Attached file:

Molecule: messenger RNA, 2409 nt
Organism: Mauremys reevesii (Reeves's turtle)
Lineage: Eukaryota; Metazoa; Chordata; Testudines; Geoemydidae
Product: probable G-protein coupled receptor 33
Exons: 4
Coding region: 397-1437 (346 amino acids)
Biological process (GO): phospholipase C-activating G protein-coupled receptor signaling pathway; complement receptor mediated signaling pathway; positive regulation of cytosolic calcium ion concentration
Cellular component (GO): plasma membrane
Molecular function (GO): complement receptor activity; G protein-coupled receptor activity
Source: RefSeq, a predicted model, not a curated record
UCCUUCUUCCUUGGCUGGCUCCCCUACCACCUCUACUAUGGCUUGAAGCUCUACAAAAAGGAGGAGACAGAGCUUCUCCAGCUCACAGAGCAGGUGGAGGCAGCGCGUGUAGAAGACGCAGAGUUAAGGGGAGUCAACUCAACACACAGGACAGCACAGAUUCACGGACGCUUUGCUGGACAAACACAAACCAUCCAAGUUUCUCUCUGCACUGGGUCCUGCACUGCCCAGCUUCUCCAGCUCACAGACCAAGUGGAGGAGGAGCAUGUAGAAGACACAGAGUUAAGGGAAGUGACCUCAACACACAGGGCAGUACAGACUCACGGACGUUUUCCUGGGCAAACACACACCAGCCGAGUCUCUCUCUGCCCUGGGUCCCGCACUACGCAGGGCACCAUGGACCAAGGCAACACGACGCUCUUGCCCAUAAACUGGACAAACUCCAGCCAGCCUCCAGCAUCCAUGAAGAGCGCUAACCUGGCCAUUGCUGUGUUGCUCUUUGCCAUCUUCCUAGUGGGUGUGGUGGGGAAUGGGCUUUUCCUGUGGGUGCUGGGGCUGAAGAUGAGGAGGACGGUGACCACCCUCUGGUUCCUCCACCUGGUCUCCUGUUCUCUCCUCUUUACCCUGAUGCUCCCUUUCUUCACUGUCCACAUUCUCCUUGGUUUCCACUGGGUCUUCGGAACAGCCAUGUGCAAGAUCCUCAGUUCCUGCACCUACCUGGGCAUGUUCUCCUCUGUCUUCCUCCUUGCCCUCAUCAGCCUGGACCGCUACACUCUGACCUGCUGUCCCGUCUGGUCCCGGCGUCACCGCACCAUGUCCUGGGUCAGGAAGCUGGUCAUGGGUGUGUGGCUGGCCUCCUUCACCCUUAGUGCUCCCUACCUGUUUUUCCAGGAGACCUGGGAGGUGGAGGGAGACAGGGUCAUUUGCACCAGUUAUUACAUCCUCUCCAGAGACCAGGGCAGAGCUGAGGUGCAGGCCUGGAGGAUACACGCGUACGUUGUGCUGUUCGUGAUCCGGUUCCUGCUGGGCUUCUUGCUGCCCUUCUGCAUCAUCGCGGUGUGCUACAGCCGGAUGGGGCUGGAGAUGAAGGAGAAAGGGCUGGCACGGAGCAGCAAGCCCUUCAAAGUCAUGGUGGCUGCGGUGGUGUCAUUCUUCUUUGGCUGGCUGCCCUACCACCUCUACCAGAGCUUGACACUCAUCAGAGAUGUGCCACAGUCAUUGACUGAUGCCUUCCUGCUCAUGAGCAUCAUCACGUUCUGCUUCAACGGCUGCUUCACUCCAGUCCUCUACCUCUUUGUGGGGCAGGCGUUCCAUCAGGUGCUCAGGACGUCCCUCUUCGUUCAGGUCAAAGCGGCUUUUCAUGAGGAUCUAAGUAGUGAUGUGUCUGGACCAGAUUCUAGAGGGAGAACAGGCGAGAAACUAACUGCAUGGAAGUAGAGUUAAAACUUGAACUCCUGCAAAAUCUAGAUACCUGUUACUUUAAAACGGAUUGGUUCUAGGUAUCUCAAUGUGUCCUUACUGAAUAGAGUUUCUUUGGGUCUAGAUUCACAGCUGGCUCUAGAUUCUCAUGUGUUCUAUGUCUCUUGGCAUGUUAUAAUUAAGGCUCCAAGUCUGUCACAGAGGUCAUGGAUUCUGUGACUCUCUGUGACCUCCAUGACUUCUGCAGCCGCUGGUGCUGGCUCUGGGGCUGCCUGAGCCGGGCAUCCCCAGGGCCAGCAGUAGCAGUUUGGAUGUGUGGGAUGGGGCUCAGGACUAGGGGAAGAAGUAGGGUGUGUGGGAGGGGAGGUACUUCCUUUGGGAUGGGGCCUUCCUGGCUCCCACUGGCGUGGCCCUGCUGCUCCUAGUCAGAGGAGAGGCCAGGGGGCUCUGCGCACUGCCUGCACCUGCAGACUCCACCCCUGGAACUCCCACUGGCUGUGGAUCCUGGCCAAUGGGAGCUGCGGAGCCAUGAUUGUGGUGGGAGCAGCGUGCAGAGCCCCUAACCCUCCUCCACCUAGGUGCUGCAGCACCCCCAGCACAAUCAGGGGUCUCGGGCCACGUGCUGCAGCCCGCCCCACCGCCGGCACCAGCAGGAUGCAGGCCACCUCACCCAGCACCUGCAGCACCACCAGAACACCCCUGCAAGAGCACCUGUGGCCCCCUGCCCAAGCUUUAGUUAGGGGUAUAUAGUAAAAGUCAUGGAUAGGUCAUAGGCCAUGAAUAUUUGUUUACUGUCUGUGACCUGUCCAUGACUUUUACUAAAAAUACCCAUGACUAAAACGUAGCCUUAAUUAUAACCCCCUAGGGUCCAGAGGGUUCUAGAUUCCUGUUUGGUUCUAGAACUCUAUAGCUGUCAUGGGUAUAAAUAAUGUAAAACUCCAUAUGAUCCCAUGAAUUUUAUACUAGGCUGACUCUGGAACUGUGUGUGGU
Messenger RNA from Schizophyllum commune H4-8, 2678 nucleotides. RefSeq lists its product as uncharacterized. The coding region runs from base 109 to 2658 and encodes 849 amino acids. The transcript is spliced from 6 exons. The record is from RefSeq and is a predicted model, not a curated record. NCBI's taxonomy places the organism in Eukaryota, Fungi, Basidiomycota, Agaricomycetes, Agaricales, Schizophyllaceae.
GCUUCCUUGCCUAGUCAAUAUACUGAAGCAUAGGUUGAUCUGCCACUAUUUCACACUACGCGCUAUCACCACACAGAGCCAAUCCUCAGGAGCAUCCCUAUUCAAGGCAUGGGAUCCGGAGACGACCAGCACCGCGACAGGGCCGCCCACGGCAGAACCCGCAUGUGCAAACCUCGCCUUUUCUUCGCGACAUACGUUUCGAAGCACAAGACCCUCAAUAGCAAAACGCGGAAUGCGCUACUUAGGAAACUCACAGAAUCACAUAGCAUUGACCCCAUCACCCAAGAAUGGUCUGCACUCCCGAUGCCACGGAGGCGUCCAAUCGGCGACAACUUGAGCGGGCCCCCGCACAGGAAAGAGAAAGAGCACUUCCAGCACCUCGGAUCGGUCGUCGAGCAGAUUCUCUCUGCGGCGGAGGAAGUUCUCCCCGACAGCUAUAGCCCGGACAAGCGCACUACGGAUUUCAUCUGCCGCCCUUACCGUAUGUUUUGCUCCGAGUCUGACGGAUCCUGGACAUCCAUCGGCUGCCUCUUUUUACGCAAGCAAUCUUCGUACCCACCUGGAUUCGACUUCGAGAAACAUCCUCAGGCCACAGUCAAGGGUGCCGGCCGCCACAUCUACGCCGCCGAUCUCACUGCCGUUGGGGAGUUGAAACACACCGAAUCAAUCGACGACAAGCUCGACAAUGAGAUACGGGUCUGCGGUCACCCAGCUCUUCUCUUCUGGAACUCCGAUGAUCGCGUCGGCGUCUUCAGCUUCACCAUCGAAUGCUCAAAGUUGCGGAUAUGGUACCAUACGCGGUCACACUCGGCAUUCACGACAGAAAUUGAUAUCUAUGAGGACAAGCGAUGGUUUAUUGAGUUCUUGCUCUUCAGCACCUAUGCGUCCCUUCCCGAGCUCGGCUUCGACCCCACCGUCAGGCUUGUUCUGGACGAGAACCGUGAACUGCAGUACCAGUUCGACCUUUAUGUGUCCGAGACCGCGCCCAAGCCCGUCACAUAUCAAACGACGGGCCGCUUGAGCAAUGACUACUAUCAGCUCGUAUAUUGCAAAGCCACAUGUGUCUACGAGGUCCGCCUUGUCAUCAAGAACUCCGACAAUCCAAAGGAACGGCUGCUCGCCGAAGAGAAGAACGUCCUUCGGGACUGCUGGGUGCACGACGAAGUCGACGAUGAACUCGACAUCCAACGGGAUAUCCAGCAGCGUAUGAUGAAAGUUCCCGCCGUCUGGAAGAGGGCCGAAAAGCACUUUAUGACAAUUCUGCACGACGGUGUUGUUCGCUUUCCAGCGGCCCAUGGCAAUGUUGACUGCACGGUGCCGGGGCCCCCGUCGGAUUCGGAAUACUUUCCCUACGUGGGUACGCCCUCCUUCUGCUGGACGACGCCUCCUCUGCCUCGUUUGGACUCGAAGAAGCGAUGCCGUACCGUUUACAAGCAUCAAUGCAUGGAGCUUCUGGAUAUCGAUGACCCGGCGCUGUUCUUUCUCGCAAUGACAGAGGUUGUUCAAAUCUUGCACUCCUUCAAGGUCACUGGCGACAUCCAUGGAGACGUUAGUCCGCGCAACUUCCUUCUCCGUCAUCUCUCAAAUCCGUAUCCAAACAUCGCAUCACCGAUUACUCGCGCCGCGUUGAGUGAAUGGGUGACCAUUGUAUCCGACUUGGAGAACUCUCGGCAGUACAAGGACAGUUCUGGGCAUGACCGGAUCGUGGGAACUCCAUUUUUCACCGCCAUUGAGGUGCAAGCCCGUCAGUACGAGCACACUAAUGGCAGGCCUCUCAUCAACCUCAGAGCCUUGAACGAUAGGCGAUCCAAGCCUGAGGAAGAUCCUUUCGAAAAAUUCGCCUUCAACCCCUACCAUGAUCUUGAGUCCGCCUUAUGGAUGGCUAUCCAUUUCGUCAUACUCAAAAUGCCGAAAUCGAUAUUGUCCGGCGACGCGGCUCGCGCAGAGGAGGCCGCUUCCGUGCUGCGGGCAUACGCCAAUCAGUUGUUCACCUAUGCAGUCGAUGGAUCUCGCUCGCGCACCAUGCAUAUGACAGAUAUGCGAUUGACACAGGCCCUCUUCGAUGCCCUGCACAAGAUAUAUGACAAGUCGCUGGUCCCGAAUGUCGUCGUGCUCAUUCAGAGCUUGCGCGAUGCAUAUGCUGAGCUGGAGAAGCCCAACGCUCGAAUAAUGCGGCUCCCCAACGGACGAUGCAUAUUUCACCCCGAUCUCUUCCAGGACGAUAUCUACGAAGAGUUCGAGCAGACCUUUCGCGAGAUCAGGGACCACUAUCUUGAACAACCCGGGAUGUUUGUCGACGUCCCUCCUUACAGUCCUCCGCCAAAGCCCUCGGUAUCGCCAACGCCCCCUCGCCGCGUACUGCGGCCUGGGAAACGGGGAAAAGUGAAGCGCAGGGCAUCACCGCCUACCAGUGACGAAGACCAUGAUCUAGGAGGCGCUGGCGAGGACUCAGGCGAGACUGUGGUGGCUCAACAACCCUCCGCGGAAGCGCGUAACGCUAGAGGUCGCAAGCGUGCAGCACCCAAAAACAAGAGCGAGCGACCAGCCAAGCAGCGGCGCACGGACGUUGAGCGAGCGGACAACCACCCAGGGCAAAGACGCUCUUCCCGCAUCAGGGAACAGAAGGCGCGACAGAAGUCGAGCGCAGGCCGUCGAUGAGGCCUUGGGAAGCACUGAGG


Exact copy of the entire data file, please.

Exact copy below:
Molecule: messenger RNA, 2409 nt
Organism: Mauremys reevesii (Reeves's turtle)
Lineage: Eukaryota; Metazoa; Chordata; Testudines; Geoemydidae
Product: probable G-protein coupled receptor 33
Exons: 4
Coding region: 397-1437 (346 amino acids)
Biological process (GO): phospholipase C-activating G protein-coupled receptor signaling pathway; complement receptor mediated signaling pathway; positive regulation of cytosolic calcium ion concentration
Cellular component (GO): plasma membrane
Molecular function (GO): complement receptor activity; G protein-coupled receptor activity
Source: RefSeq, a predicted model, not a curated record
UCCUUCUUCCUUGGCUGGCUCCCCUACCACCUCUACUAUGGCUUGAAGCUCUACAAAAAGGAGGAGACAGAGCUUCUCCAGCUCACAGAGCAGGUGGAGGCAGCGCGUGUAGAAGACGCAGAGUUAAGGGGAGUCAACUCAACACACAGGACAGCACAGAUUCACGGACGCUUUGCUGGACAAACACAAACCAUCCAAGUUUCUCUCUGCACUGGGUCCUGCACUGCCCAGCUUCUCCAGCUCACAGACCAAGUGGAGGAGGAGCAUGUAGAAGACACAGAGUUAAGGGAAGUGACCUCAACACACAGGGCAGUACAGACUCACGGACGUUUUCCUGGGCAAACACACACCAGCCGAGUCUCUCUCUGCCCUGGGUCCCGCACUACGCAGGGCACCAUGGACCAAGGCAACACGACGCUCUUGCCCAUAAACUGGACAAACUCCAGCCAGCCUCCAGCAUCCAUGAAGAGCGCUAACCUGGCCAUUGCUGUGUUGCUCUUUGCCAUCUUCCUAGUGGGUGUGGUGGGGAAUGGGCUUUUCCUGUGGGUGCUGGGGCUGAAGAUGAGGAGGACGGUGACCACCCUCUGGUUCCUCCACCUGGUCUCCUGUUCUCUCCUCUUUACCCUGAUGCUCCCUUUCUUCACUGUCCACAUUCUCCUUGGUUUCCACUGGGUCUUCGGAACAGCCAUGUGCAAGAUCCUCAGUUCCUGCACCUACCUGGGCAUGUUCUCCUCUGUCUUCCUCCUUGCCCUCAUCAGCCUGGACCGCUACACUCUGACCUGCUGUCCCGUCUGGUCCCGGCGUCACCGCACCAUGUCCUGGGUCAGGAAGCUGGUCAUGGGUGUGUGGCUGGCCUCCUUCACCCUUAGUGCUCCCUACCUGUUUUUCCAGGAGACCUGGGAGGUGGAGGGAGACAGGGUCAUUUGCACCAGUUAUUACAUCCUCUCCAGAGACCAGGGCAGAGCUGAGGUGCAGGCCUGGAGGAUACACGCGUACGUUGUGCUGUUCGUGAUCCGGUUCCUGCUGGGCUUCUUGCUGCCCUUCUGCAUCAUCGCGGUGUGCUACAGCCGGAUGGGGCUGGAGAUGAAGGAGAAAGGGCUGGCACGGAGCAGCAAGCCCUUCAAAGUCAUGGUGGCUGCGGUGGUGUCAUUCUUCUUUGGCUGGCUGCCCUACCACCUCUACCAGAGCUUGACACUCAUCAGAGAUGUGCCACAGUCAUUGACUGAUGCCUUCCUGCUCAUGAGCAUCAUCACGUUCUGCUUCAACGGCUGCUUCACUCCAGUCCUCUACCUCUUUGUGGGGCAGGCGUUCCAUCAGGUGCUCAGGACGUCCCUCUUCGUUCAGGUCAAAGCGGCUUUUCAUGAGGAUCUAAGUAGUGAUGUGUCUGGACCAGAUUCUAGAGGGAGAACAGGCGAGAAACUAACUGCAUGGAAGUAGAGUUAAAACUUGAACUCCUGCAAAAUCUAGAUACCUGUUACUUUAAAACGGAUUGGUUCUAGGUAUCUCAAUGUGUCCUUACUGAAUAGAGUUUCUUUGGGUCUAGAUUCACAGCUGGCUCUAGAUUCUCAUGUGUUCUAUGUCUCUUGGCAUGUUAUAAUUAAGGCUCCAAGUCUGUCACAGAGGUCAUGGAUUCUGUGACUCUCUGUGACCUCCAUGACUUCUGCAGCCGCUGGUGCUGGCUCUGGGGCUGCCUGAGCCGGGCAUCCCCAGGGCCAGCAGUAGCAGUUUGGAUGUGUGGGAUGGGGCUCAGGACUAGGGGAAGAAGUAGGGUGUGUGGGAGGGGAGGUACUUCCUUUGGGAUGGGGCCUUCCUGGCUCCCACUGGCGUGGCCCUGCUGCUCCUAGUCAGAGGAGAGGCCAGGGGGCUCUGCGCACUGCCUGCACCUGCAGACUCCACCCCUGGAACUCCCACUGGCUGUGGAUCCUGGCCAAUGGGAGCUGCGGAGCCAUGAUUGUGGUGGGAGCAGCGUGCAGAGCCCCUAACCCUCCUCCACCUAGGUGCUGCAGCACCCCCAGCACAAUCAGGGGUCUCGGGCCACGUGCUGCAGCCCGCCCCACCGCCGGCACCAGCAGGAUGCAGGCCACCUCACCCAGCACCUGCAGCACCACCAGAACACCCCUGCAAGAGCACCUGUGGCCCCCUGCCCAAGCUUUAGUUAGGGGUAUAUAGUAAAAGUCAUGGAUAGGUCAUAGGCCAUGAAUAUUUGUUUACUGUCUGUGACCUGUCCAUGACUUUUACUAAAAAUACCCAUGACUAAAACGUAGCCUUAAUUAUAACCCCCUAGGGUCCAGAGGGUUCUAGAUUCCUGUUUGGUUCUAGAACUCUAUAGCUGUCAUGGGUAUAAAUAAUGUAAAACUCCAUAUGAUCCCAUGAAUUUUAUACUAGGCUGACUCUGGAACUGUGUGUGGU
Messenger RNA from Schizophyllum commune H4-8, 2678 nucleotides. RefSeq lists its product as uncharacterized. The coding region runs from base 109 to 2658 and encodes 849 amino acids. The transcript is spliced from 6 exons. The record is from RefSeq and is a predicted model, not a curated record. NCBI's taxonomy places the organism in Eukaryota, Fungi, Basidiomycota, Agaricomycetes, Agaricales, Schizophyllaceae.
GCUUCCUUGCCUAGUCAAUAUACUGAAGCAUAGGUUGAUCUGCCACUAUUUCACACUACGCGCUAUCACCACACAGAGCCAAUCCUCAGGAGCAUCCCUAUUCAAGGCAUGGGAUCCGGAGACGACCAGCACCGCGACAGGGCCGCCCACGGCAGAACCCGCAUGUGCAAACCUCGCCUUUUCUUCGCGACAUACGUUUCGAAGCACAAGACCCUCAAUAGCAAAACGCGGAAUGCGCUACUUAGGAAACUCACAGAAUCACAUAGCAUUGACCCCAUCACCCAAGAAUGGUCUGCACUCCCGAUGCCACGGAGGCGUCCAAUCGGCGACAACUUGAGCGGGCCCCCGCACAGGAAAGAGAAAGAGCACUUCCAGCACCUCGGAUCGGUCGUCGAGCAGAUUCUCUCUGCGGCGGAGGAAGUUCUCCCCGACAGCUAUAGCCCGGACAAGCGCACUACGGAUUUCAUCUGCCGCCCUUACCGUAUGUUUUGCUCCGAGUCUGACGGAUCCUGGACAUCCAUCGGCUGCCUCUUUUUACGCAAGCAAUCUUCGUACCCACCUGGAUUCGACUUCGAGAAACAUCCUCAGGCCACAGUCAAGGGUGCCGGCCGCCACAUCUACGCCGCCGAUCUCACUGCCGUUGGGGAGUUGAAACACACCGAAUCAAUCGACGACAAGCUCGACAAUGAGAUACGGGUCUGCGGUCACCCAGCUCUUCUCUUCUGGAACUCCGAUGAUCGCGUCGGCGUCUUCAGCUUCACCAUCGAAUGCUCAAAGUUGCGGAUAUGGUACCAUACGCGGUCACACUCGGCAUUCACGACAGAAAUUGAUAUCUAUGAGGACAAGCGAUGGUUUAUUGAGUUCUUGCUCUUCAGCACCUAUGCGUCCCUUCCCGAGCUCGGCUUCGACCCCACCGUCAGGCUUGUUCUGGACGAGAACCGUGAACUGCAGUACCAGUUCGACCUUUAUGUGUCCGAGACCGCGCCCAAGCCCGUCACAUAUCAAACGACGGGCCGCUUGAGCAAUGACUACUAUCAGCUCGUAUAUUGCAAAGCCACAUGUGUCUACGAGGUCCGCCUUGUCAUCAAGAACUCCGACAAUCCAAAGGAACGGCUGCUCGCCGAAGAGAAGAACGUCCUUCGGGACUGCUGGGUGCACGACGAAGUCGACGAUGAACUCGACAUCCAACGGGAUAUCCAGCAGCGUAUGAUGAAAGUUCCCGCCGUCUGGAAGAGGGCCGAAAAGCACUUUAUGACAAUUCUGCACGACGGUGUUGUUCGCUUUCCAGCGGCCCAUGGCAAUGUUGACUGCACGGUGCCGGGGCCCCCGUCGGAUUCGGAAUACUUUCCCUACGUGGGUACGCCCUCCUUCUGCUGGACGACGCCUCCUCUGCCUCGUUUGGACUCGAAGAAGCGAUGCCGUACCGUUUACAAGCAUCAAUGCAUGGAGCUUCUGGAUAUCGAUGACCCGGCGCUGUUCUUUCUCGCAAUGACAGAGGUUGUUCAAAUCUUGCACUCCUUCAAGGUCACUGGCGACAUCCAUGGAGACGUUAGUCCGCGCAACUUCCUUCUCCGUCAUCUCUCAAAUCCGUAUCCAAACAUCGCAUCACCGAUUACUCGCGCCGCGUUGAGUGAAUGGGUGACCAUUGUAUCCGACUUGGAGAACUCUCGGCAGUACAAGGACAGUUCUGGGCAUGACCGGAUCGUGGGAACUCCAUUUUUCACCGCCAUUGAGGUGCAAGCCCGUCAGUACGAGCACACUAAUGGCAGGCCUCUCAUCAACCUCAGAGCCUUGAACGAUAGGCGAUCCAAGCCUGAGGAAGAUCCUUUCGAAAAAUUCGCCUUCAACCCCUACCAUGAUCUUGAGUCCGCCUUAUGGAUGGCUAUCCAUUUCGUCAUACUCAAAAUGCCGAAAUCGAUAUUGUCCGGCGACGCGGCUCGCGCAGAGGAGGCCGCUUCCGUGCUGCGGGCAUACGCCAAUCAGUUGUUCACCUAUGCAGUCGAUGGAUCUCGCUCGCGCACCAUGCAUAUGACAGAUAUGCGAUUGACACAGGCCCUCUUCGAUGCCCUGCACAAGAUAUAUGACAAGUCGCUGGUCCCGAAUGUCGUCGUGCUCAUUCAGAGCUUGCGCGAUGCAUAUGCUGAGCUGGAGAAGCCCAACGCUCGAAUAAUGCGGCUCCCCAACGGACGAUGCAUAUUUCACCCCGAUCUCUUCCAGGACGAUAUCUACGAAGAGUUCGAGCAGACCUUUCGCGAGAUCAGGGACCACUAUCUUGAACAACCCGGGAUGUUUGUCGACGUCCCUCCUUACAGUCCUCCGCCAAAGCCCUCGGUAUCGCCAACGCCCCCUCGCCGCGUACUGCGGCCUGGGAAACGGGGAAAAGUGAAGCGCAGGGCAUCACCGCCUACCAGUGACGAAGACCAUGAUCUAGGAGGCGCUGGCGAGGACUCAGGCGAGACUGUGGUGGCUCAACAACCCUCCGCGGAAGCGCGUAACGCUAGAGGUCGCAAGCGUGCAGCACCCAAAAACAAGAGCGAGCGACCAGCCAAGCAGCGGCGCACGGACGUUGAGCGAGCGGACAACCACCCAGGGCAAAGACGCUCUUCCCGCAUCAGGGAACAGAAGGCGCGACAGAAGUCGAGCGCAGGCCGUCGAUGAGGCCUUGGGAAGCACUGAGG